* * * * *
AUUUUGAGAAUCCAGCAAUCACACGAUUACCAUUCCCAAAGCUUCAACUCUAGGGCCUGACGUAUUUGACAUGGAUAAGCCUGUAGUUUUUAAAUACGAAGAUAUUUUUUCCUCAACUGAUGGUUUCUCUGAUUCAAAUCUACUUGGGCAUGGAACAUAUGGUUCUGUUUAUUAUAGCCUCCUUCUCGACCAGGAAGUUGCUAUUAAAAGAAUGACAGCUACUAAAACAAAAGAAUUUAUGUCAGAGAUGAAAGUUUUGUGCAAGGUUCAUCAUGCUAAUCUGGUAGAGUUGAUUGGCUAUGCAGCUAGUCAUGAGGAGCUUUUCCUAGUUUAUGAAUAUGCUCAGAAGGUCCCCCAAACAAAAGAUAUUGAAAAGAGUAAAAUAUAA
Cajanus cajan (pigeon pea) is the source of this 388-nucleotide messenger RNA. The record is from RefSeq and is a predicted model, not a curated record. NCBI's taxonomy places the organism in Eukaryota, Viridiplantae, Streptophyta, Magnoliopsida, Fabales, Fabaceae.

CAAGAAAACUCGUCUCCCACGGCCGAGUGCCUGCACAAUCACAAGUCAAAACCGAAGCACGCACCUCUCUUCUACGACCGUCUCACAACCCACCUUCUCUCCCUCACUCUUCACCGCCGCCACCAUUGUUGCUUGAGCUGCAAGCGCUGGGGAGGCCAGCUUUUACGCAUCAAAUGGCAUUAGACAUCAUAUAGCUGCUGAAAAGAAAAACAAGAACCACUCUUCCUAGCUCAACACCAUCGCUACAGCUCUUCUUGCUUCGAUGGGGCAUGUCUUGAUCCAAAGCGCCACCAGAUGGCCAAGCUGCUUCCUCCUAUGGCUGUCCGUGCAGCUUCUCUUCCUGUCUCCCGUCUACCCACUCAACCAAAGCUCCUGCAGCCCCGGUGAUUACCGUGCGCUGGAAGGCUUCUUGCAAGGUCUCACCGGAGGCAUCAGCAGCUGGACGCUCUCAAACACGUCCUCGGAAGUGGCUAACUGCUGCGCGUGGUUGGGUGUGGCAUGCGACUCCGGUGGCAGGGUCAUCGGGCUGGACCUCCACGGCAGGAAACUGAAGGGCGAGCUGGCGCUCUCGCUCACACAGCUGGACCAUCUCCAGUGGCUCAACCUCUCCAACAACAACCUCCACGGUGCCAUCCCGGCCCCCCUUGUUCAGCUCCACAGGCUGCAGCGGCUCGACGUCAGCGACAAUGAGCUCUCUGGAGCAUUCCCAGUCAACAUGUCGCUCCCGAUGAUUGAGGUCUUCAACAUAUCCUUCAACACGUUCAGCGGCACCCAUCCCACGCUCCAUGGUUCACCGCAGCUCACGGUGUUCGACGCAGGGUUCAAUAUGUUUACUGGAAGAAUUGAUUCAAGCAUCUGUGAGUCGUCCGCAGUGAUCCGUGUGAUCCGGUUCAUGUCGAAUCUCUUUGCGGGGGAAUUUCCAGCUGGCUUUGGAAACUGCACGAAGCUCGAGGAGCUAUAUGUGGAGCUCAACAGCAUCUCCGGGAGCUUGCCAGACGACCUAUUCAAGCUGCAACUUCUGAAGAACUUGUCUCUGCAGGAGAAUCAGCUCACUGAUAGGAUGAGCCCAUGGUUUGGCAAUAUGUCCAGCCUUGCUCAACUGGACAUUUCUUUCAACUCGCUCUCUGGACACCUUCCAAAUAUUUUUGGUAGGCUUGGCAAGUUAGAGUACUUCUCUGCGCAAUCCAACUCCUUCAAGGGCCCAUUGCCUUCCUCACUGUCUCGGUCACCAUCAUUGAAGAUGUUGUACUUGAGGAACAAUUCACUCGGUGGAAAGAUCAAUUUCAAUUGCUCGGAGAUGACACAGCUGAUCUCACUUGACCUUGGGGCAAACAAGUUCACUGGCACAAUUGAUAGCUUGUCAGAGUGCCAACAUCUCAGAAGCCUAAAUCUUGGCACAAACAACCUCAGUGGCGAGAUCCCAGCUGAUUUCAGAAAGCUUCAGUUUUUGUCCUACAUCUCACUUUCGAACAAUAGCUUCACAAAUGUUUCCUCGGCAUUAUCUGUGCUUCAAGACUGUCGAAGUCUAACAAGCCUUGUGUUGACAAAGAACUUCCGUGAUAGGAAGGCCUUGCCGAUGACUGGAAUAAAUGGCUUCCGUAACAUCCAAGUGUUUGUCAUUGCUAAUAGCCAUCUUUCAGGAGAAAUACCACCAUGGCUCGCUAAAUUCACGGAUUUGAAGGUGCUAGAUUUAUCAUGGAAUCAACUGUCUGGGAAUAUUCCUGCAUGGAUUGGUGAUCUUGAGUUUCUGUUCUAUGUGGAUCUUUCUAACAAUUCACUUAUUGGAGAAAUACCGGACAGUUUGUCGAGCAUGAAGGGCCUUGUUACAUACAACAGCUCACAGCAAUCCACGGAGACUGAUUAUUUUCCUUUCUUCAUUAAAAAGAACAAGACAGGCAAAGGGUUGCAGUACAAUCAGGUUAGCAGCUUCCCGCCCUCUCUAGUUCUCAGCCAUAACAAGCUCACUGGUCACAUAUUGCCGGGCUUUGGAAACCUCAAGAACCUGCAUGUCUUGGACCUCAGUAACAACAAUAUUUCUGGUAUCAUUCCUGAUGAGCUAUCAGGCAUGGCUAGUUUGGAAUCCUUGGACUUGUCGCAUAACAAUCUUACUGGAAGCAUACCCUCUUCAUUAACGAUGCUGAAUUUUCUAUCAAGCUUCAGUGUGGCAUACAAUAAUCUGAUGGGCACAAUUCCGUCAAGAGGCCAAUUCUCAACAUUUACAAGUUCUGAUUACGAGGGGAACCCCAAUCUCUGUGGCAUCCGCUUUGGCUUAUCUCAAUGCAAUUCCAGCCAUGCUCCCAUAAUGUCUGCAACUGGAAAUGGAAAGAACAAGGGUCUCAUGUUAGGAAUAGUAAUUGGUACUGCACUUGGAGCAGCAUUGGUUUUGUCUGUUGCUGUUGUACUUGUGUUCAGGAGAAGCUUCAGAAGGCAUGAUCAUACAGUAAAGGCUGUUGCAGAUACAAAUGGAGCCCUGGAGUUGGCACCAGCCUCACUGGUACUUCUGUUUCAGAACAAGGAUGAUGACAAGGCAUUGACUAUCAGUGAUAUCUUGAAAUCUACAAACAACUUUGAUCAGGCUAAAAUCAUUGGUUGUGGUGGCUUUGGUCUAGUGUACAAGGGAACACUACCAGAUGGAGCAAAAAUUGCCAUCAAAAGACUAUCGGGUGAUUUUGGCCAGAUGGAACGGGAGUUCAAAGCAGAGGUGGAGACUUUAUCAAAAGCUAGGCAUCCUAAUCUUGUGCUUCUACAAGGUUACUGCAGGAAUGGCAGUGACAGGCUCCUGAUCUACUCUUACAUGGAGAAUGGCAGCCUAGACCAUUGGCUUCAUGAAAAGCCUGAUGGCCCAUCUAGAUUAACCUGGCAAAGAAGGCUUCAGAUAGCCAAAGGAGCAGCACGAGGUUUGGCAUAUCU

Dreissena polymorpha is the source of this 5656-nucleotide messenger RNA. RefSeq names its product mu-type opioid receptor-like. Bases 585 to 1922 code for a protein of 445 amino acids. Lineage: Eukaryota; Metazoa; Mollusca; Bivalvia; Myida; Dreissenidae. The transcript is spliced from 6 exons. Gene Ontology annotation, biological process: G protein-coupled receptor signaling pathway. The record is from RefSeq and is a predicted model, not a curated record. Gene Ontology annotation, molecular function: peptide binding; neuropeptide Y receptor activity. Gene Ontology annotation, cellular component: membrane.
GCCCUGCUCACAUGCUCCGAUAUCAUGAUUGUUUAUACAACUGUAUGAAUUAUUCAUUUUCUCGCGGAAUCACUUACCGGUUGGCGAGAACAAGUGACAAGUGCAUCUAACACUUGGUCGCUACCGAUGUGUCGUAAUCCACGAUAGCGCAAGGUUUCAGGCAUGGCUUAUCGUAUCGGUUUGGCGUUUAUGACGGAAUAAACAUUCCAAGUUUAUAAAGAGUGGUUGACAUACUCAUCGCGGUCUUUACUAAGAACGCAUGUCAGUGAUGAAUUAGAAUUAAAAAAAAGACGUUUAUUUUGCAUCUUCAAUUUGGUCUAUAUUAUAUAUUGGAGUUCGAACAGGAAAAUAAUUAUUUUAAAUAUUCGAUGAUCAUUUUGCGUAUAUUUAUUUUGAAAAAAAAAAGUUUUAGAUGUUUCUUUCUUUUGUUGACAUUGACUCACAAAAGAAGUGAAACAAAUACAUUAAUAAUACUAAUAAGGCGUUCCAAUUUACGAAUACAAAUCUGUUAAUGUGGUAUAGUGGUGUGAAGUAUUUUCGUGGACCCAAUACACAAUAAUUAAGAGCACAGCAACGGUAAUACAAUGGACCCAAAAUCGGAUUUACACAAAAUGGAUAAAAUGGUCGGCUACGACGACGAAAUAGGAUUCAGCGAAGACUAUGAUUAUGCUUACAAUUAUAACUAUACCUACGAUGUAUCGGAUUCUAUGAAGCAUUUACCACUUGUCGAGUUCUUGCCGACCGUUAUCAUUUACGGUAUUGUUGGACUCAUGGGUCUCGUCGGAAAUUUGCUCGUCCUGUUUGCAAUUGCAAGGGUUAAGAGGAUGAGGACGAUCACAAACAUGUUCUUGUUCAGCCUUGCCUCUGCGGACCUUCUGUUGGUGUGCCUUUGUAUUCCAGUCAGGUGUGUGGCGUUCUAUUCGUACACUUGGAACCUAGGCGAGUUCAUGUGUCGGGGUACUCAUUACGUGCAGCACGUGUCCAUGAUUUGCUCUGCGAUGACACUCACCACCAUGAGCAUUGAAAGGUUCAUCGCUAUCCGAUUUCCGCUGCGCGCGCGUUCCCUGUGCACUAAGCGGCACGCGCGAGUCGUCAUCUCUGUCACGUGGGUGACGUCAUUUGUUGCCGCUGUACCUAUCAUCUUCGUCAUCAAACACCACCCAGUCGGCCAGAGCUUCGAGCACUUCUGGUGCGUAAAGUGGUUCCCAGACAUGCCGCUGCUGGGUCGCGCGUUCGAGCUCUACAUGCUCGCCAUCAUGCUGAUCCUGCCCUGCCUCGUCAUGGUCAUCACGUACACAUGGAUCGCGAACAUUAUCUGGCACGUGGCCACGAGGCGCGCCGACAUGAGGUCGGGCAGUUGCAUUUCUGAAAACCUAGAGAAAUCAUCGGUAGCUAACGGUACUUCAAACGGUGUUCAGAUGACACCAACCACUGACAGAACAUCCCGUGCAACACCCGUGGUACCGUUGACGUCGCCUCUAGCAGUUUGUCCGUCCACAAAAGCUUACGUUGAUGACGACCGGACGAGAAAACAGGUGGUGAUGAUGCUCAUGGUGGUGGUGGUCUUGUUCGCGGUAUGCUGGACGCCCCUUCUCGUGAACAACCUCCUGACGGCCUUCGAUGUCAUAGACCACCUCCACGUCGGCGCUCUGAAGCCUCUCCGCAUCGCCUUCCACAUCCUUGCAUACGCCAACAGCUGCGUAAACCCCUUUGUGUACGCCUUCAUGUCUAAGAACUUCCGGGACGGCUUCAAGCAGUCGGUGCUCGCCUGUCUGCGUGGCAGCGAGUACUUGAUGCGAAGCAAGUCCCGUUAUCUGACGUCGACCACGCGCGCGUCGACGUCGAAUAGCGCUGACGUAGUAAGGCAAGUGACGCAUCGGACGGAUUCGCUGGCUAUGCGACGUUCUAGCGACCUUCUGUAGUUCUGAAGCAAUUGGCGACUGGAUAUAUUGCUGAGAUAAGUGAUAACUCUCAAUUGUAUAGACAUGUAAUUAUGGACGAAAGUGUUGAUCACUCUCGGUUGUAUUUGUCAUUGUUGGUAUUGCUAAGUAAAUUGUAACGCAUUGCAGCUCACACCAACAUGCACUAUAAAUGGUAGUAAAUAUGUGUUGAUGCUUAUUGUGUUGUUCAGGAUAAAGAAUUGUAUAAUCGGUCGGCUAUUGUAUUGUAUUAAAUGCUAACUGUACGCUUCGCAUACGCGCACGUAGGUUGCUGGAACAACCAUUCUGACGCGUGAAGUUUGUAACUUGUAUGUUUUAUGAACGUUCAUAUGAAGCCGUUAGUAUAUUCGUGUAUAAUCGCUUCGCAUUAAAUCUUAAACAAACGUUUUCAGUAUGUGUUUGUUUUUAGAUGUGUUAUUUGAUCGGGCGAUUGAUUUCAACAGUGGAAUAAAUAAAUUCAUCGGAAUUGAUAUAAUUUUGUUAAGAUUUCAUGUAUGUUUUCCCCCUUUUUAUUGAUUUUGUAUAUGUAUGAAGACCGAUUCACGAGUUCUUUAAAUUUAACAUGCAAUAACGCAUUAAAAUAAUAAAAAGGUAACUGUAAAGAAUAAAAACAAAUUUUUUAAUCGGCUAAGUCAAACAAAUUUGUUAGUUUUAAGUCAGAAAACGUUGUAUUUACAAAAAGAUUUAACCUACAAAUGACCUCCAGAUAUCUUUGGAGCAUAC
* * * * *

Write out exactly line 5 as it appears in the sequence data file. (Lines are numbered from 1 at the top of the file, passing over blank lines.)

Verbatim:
GCCCUGCUCACAUGCUCCGAUAUCAUGAUUGUUUAUACAACUGUAUGAAUUAUUCAUUUUCUCGCGGAAUCACUUACCGGUUGGCGAGAACAAGUGACAAGUGCAUCUAACACUUGGUCGCUACCGAUGUGUCGUAAUCCACGAUAGCGCAAGGUUUCAGGCAUGGCUUAUCGUAUCGGUUUGGCGUUUAUGACGGAAUAAACAUUCCAAGUUUAUAAAGAGUGGUUGACAUACUCAUCGCGGUCUUUACUAAGAACGCAUGUCAGUGAUGAAUUAGAAUUAAAAAAAAGACGUUUAUUUUGCAUCUUCAAUUUGGUCUAUAUUAUAUAUUGGAGUUCGAACAGGAAAAUAAUUAUUUUAAAUAUUCGAUGAUCAUUUUGCGUAUAUUUAUUUUGAAAAAAAAAAGUUUUAGAUGUUUCUUUCUUUUGUUGACAUUGACUCACAAAAGAAGUGAAACAAAUACAUUAAUAAUACUAAUAAGGCGUUCCAAUUUACGAAUACAAAUCUGUUAAUGUGGUAUAGUGGUGUGAAGUAUUUUCGUGGACCCAAUACACAAUAAUUAAGAGCACAGCAACGGUAAUACAAUGGACCCAAAAUCGGAUUUACACAAAAUGGAUAAAAUGGUCGGCUACGACGACGAAAUAGGAUUCAGCGAAGACUAUGAUUAUGCUUACAAUUAUAACUAUACCUACGAUGUAUCGGAUUCUAUGAAGCAUUUACCACUUGUCGAGUUCUUGCCGACCGUUAUCAUUUACGGUAUUGUUGGACUCAUGGGUCUCGUCGGAAAUUUGCUCGUCCUGUUUGCAAUUGCAAGGGUUAAGAGGAUGAGGACGAUCACAAACAUGUUCUUGUUCAGCCUUGCCUCUGCGGACCUUCUGUUGGUGUGCCUUUGUAUUCCAGUCAGGUGUGUGGCGUUCUAUUCGUACACUUGGAACCUAGGCGAGUUCAUGUGUCGGGGUACUCAUUACGUGCAGCACGUGUCCAUGAUUUGCUCUGCGAUGACACUCACCACCAUGAGCAUUGAAAGGUUCAUCGCUAUCCGAUUUCCGCUGCGCGCGCGUUCCCUGUGCACUAAGCGGCACGCGCGAGUCGUCAUCUCUGUCACGUGGGUGACGUCAUUUGUUGCCGCUGUACCUAUCAUCUUCGUCAUCAAACACCACCCAGUCGGCCAGAGCUUCGAGCACUUCUGGUGCGUAAAGUGGUUCCCAGACAUGCCGCUGCUGGGUCGCGCGUUCGAGCUCUACAUGCUCGCCAUCAUGCUGAUCCUGCCCUGCCUCGUCAUGGUCAUCACGUACACAUGGAUCGCGAACAUUAUCUGGCACGUGGCCACGAGGCGCGCCGACAUGAGGUCGGGCAGUUGCAUUUCUGAAAACCUAGAGAAAUCAUCGGUAGCUAACGGUACUUCAAACGGUGUUCAGAUGACACCAACCACUGACAGAACAUCCCGUGCAACACCCGUGGUACCGUUGACGUCGCCUCUAGCAGUUUGUCCGUCCACAAAAGCUUACGUUGAUGACGACCGGACGAGAAAACAGGUGGUGAUGAUGCUCAUGGUGGUGGUGGUCUUGUUCGCGGUAUGCUGGACGCCCCUUCUCGUGAACAACCUCCUGACGGCCUUCGAUGUCAUAGACCACCUCCACGUCGGCGCUCUGAAGCCUCUCCGCAUCGCCUUCCACAUCCUUGCAUACGCCAACAGCUGCGUAAACCCCUUUGUGUACGCCUUCAUGUCUAAGAACUUCCGGGACGGCUUCAAGCAGUCGGUGCUCGCCUGUCUGCGUGGCAGCGAGUACUUGAUGCGAAGCAAGUCCCGUUAUCUGACGUCGACCACGCGCGCGUCGACGUCGAAUAGCGCUGACGUAGUAAGGCAAGUGACGCAUCGGACGGAUUCGCUGGCUAUGCGACGUUCUAGCGACCUUCUGUAGUUCUGAAGCAAUUGGCGACUGGAUAUAUUGCUGAGAUAAGUGAUAACUCUCAAUUGUAUAGACAUGUAAUUAUGGACGAAAGUGUUGAUCACUCUCGGUUGUAUUUGUCAUUGUUGGUAUUGCUAAGUAAAUUGUAACGCAUUGCAGCUCACACCAACAUGCACUAUAAAUGGUAGUAAAUAUGUGUUGAUGCUUAUUGUGUUGUUCAGGAUAAAGAAUUGUAUAAUCGGUCGGCUAUUGUAUUGUAUUAAAUGCUAACUGUACGCUUCGCAUACGCGCACGUAGGUUGCUGGAACAACCAUUCUGACGCGUGAAGUUUGUAACUUGUAUGUUUUAUGAACGUUCAUAUGAAGCCGUUAGUAUAUUCGUGUAUAAUCGCUUCGCAUUAAAUCUUAAACAAACGUUUUCAGUAUGUGUUUGUUUUUAGAUGUGUUAUUUGAUCGGGCGAUUGAUUUCAACAGUGGAAUAAAUAAAUUCAUCGGAAUUGAUAUAAUUUUGUUAAGAUUUCAUGUAUGUUUUCCCCCUUUUUAUUGAUUUUGUAUAUGUAUGAAGACCGAUUCACGAGUUCUUUAAAUUUAACAUGCAAUAACGCAUUAAAAUAAUAAAAAGGUAACUGUAAAGAAUAAAAACAAAUUUUUUAAUCGGCUAAGUCAAACAAAUUUGUUAGUUUUAAGUCAGAAAACGUUGUAUUUACAAAAAGAUUUAACCUACAAAUGACCUCCAGAUAUCUUUGGAGCAUAC